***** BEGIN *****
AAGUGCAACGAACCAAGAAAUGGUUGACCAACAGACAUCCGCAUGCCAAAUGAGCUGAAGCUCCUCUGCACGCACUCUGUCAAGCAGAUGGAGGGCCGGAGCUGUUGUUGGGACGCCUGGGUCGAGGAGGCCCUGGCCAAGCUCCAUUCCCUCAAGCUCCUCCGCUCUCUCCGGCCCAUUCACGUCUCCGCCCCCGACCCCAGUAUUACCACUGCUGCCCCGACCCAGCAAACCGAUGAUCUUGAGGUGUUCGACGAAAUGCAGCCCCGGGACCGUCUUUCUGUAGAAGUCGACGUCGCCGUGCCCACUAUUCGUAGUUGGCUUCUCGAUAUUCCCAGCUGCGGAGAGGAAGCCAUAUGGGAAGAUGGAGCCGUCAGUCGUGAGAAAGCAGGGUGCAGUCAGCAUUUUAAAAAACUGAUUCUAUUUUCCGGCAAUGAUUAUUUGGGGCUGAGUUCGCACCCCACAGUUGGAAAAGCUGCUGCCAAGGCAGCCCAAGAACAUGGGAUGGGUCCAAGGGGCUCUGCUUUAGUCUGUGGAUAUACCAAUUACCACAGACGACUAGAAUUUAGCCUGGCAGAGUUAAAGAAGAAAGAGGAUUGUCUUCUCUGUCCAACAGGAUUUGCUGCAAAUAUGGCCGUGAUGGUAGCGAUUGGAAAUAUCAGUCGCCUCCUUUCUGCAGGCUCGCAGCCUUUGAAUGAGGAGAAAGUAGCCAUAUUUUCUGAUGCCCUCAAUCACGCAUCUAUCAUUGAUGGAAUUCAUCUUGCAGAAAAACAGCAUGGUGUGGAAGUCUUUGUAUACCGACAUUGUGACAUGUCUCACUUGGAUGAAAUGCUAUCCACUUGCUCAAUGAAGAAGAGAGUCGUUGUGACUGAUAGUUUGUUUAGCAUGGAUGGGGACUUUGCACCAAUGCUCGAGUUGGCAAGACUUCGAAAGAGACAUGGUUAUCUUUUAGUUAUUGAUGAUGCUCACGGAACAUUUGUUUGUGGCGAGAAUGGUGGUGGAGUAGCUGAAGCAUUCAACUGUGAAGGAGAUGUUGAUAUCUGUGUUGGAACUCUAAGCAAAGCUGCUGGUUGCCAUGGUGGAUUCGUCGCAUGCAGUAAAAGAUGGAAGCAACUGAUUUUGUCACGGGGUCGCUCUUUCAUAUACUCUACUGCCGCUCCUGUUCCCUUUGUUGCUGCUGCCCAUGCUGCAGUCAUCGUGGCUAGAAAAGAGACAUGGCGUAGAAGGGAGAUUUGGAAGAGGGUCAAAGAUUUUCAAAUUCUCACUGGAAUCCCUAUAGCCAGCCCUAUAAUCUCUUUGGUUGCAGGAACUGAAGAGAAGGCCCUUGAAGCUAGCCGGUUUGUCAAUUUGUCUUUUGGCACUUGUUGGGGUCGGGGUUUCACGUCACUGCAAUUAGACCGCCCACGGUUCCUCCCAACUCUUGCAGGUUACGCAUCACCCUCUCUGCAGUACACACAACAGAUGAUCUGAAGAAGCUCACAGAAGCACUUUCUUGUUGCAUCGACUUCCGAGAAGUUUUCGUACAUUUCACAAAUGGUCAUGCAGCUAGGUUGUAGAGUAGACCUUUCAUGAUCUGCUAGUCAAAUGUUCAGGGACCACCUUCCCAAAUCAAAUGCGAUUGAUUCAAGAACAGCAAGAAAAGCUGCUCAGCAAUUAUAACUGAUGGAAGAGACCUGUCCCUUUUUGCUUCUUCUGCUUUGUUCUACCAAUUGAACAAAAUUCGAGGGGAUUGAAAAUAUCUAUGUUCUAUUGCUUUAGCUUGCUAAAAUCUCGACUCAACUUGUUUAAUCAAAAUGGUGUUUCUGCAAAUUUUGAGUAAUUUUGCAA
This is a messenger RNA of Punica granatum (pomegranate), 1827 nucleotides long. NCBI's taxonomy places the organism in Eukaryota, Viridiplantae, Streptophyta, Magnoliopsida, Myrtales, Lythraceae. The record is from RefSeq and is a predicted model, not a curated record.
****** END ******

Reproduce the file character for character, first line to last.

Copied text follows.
AAGUGCAACGAACCAAGAAAUGGUUGACCAACAGACAUCCGCAUGCCAAAUGAGCUGAAGCUCCUCUGCACGCACUCUGUCAAGCAGAUGGAGGGCCGGAGCUGUUGUUGGGACGCCUGGGUCGAGGAGGCCCUGGCCAAGCUCCAUUCCCUCAAGCUCCUCCGCUCUCUCCGGCCCAUUCACGUCUCCGCCCCCGACCCCAGUAUUACCACUGCUGCCCCGACCCAGCAAACCGAUGAUCUUGAGGUGUUCGACGAAAUGCAGCCCCGGGACCGUCUUUCUGUAGAAGUCGACGUCGCCGUGCCCACUAUUCGUAGUUGGCUUCUCGAUAUUCCCAGCUGCGGAGAGGAAGCCAUAUGGGAAGAUGGAGCCGUCAGUCGUGAGAAAGCAGGGUGCAGUCAGCAUUUUAAAAAACUGAUUCUAUUUUCCGGCAAUGAUUAUUUGGGGCUGAGUUCGCACCCCACAGUUGGAAAAGCUGCUGCCAAGGCAGCCCAAGAACAUGGGAUGGGUCCAAGGGGCUCUGCUUUAGUCUGUGGAUAUACCAAUUACCACAGACGACUAGAAUUUAGCCUGGCAGAGUUAAAGAAGAAAGAGGAUUGUCUUCUCUGUCCAACAGGAUUUGCUGCAAAUAUGGCCGUGAUGGUAGCGAUUGGAAAUAUCAGUCGCCUCCUUUCUGCAGGCUCGCAGCCUUUGAAUGAGGAGAAAGUAGCCAUAUUUUCUGAUGCCCUCAAUCACGCAUCUAUCAUUGAUGGAAUUCAUCUUGCAGAAAAACAGCAUGGUGUGGAAGUCUUUGUAUACCGACAUUGUGACAUGUCUCACUUGGAUGAAAUGCUAUCCACUUGCUCAAUGAAGAAGAGAGUCGUUGUGACUGAUAGUUUGUUUAGCAUGGAUGGGGACUUUGCACCAAUGCUCGAGUUGGCAAGACUUCGAAAGAGACAUGGUUAUCUUUUAGUUAUUGAUGAUGCUCACGGAACAUUUGUUUGUGGCGAGAAUGGUGGUGGAGUAGCUGAAGCAUUCAACUGUGAAGGAGAUGUUGAUAUCUGUGUUGGAACUCUAAGCAAAGCUGCUGGUUGCCAUGGUGGAUUCGUCGCAUGCAGUAAAAGAUGGAAGCAACUGAUUUUGUCACGGGGUCGCUCUUUCAUAUACUCUACUGCCGCUCCUGUUCCCUUUGUUGCUGCUGCCCAUGCUGCAGUCAUCGUGGCUAGAAAAGAGACAUGGCGUAGAAGGGAGAUUUGGAAGAGGGUCAAAGAUUUUCAAAUUCUCACUGGAAUCCCUAUAGCCAGCCCUAUAAUCUCUUUGGUUGCAGGAACUGAAGAGAAGGCCCUUGAAGCUAGCCGGUUUGUCAAUUUGUCUUUUGGCACUUGUUGGGGUCGGGGUUUCACGUCACUGCAAUUAGACCGCCCACGGUUCCUCCCAACUCUUGCAGGUUACGCAUCACCCUCUCUGCAGUACACACAACAGAUGAUCUGAAGAAGCUCACAGAAGCACUUUCUUGUUGCAUCGACUUCCGAGAAGUUUUCGUACAUUUCACAAAUGGUCAUGCAGCUAGGUUGUAGAGUAGACCUUUCAUGAUCUGCUAGUCAAAUGUUCAGGGACCACCUUCCCAAAUCAAAUGCGAUUGAUUCAAGAACAGCAAGAAAAGCUGCUCAGCAAUUAUAACUGAUGGAAGAGACCUGUCCCUUUUUGCUUCUUCUGCUUUGUUCUACCAAUUGAACAAAAUUCGAGGGGAUUGAAAAUAUCUAUGUUCUAUUGCUUUAGCUUGCUAAAAUCUCGACUCAACUUGUUUAAUCAAAAUGGUGUUUCUGCAAAUUUUGAGUAAUUUUGCAA
This is a messenger RNA of Punica granatum (pomegranate), 1827 nucleotides long. NCBI's taxonomy places the organism in Eukaryota, Viridiplantae, Streptophyta, Magnoliopsida, Myrtales, Lythraceae. The record is from RefSeq and is a predicted model, not a curated record.